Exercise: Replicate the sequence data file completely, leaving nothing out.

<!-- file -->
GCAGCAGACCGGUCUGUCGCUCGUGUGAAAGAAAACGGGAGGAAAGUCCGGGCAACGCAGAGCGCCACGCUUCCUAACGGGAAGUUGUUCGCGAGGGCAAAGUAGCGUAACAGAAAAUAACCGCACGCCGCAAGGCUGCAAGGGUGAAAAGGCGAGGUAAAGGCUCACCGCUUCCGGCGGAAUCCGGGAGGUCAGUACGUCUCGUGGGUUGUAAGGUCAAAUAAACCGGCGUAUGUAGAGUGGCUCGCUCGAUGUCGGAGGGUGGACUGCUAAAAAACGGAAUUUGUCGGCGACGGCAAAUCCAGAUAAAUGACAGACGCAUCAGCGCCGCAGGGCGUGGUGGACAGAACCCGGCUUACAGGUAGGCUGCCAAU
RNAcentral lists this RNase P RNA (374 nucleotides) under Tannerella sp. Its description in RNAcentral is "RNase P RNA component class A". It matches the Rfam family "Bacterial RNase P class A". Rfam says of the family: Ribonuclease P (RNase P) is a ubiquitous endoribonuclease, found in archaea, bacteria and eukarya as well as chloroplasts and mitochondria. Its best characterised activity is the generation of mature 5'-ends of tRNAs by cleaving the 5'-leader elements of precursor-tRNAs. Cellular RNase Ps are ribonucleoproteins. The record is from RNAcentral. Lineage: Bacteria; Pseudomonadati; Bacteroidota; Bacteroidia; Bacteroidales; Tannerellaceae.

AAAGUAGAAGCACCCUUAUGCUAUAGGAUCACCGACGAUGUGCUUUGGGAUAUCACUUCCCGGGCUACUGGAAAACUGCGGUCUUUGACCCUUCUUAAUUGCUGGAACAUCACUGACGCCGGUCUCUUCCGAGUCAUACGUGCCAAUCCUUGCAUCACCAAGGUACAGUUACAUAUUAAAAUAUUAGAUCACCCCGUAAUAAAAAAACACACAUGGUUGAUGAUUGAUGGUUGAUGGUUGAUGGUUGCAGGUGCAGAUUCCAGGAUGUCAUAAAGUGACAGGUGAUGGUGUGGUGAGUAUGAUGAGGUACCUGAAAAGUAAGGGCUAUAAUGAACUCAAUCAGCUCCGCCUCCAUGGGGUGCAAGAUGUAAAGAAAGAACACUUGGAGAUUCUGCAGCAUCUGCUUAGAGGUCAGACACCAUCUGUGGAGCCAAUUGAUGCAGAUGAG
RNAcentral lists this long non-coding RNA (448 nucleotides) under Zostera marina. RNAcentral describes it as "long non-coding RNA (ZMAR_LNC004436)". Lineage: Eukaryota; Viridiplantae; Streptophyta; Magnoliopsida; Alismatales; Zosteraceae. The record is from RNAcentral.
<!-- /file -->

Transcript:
GCAGCAGACCGGUCUGUCGCUCGUGUGAAAGAAAACGGGAGGAAAGUCCGGGCAACGCAGAGCGCCACGCUUCCUAACGGGAAGUUGUUCGCGAGGGCAAAGUAGCGUAACAGAAAAUAACCGCACGCCGCAAGGCUGCAAGGGUGAAAAGGCGAGGUAAAGGCUCACCGCUUCCGGCGGAAUCCGGGAGGUCAGUACGUCUCGUGGGUUGUAAGGUCAAAUAAACCGGCGUAUGUAGAGUGGCUCGCUCGAUGUCGGAGGGUGGACUGCUAAAAAACGGAAUUUGUCGGCGACGGCAAAUCCAGAUAAAUGACAGACGCAUCAGCGCCGCAGGGCGUGGUGGACAGAACCCGGCUUACAGGUAGGCUGCCAAU
RNAcentral lists this RNase P RNA (374 nucleotides) under Tannerella sp. Its description in RNAcentral is "RNase P RNA component class A". It matches the Rfam family "Bacterial RNase P class A". Rfam says of the family: Ribonuclease P (RNase P) is a ubiquitous endoribonuclease, found in archaea, bacteria and eukarya as well as chloroplasts and mitochondria. Its best characterised activity is the generation of mature 5'-ends of tRNAs by cleaving the 5'-leader elements of precursor-tRNAs. Cellular RNase Ps are ribonucleoproteins. The record is from RNAcentral. Lineage: Bacteria; Pseudomonadati; Bacteroidota; Bacteroidia; Bacteroidales; Tannerellaceae.

AAAGUAGAAGCACCCUUAUGCUAUAGGAUCACCGACGAUGUGCUUUGGGAUAUCACUUCCCGGGCUACUGGAAAACUGCGGUCUUUGACCCUUCUUAAUUGCUGGAACAUCACUGACGCCGGUCUCUUCCGAGUCAUACGUGCCAAUCCUUGCAUCACCAAGGUACAGUUACAUAUUAAAAUAUUAGAUCACCCCGUAAUAAAAAAACACACAUGGUUGAUGAUUGAUGGUUGAUGGUUGAUGGUUGCAGGUGCAGAUUCCAGGAUGUCAUAAAGUGACAGGUGAUGGUGUGGUGAGUAUGAUGAGGUACCUGAAAAGUAAGGGCUAUAAUGAACUCAAUCAGCUCCGCCUCCAUGGGGUGCAAGAUGUAAAGAAAGAACACUUGGAGAUUCUGCAGCAUCUGCUUAGAGGUCAGACACCAUCUGUGGAGCCAAUUGAUGCAGAUGAG
RNAcentral lists this long non-coding RNA (448 nucleotides) under Zostera marina. RNAcentral describes it as "long non-coding RNA (ZMAR_LNC004436)". Lineage: Eukaryota; Viridiplantae; Streptophyta; Magnoliopsida; Alismatales; Zosteraceae. The record is from RNAcentral.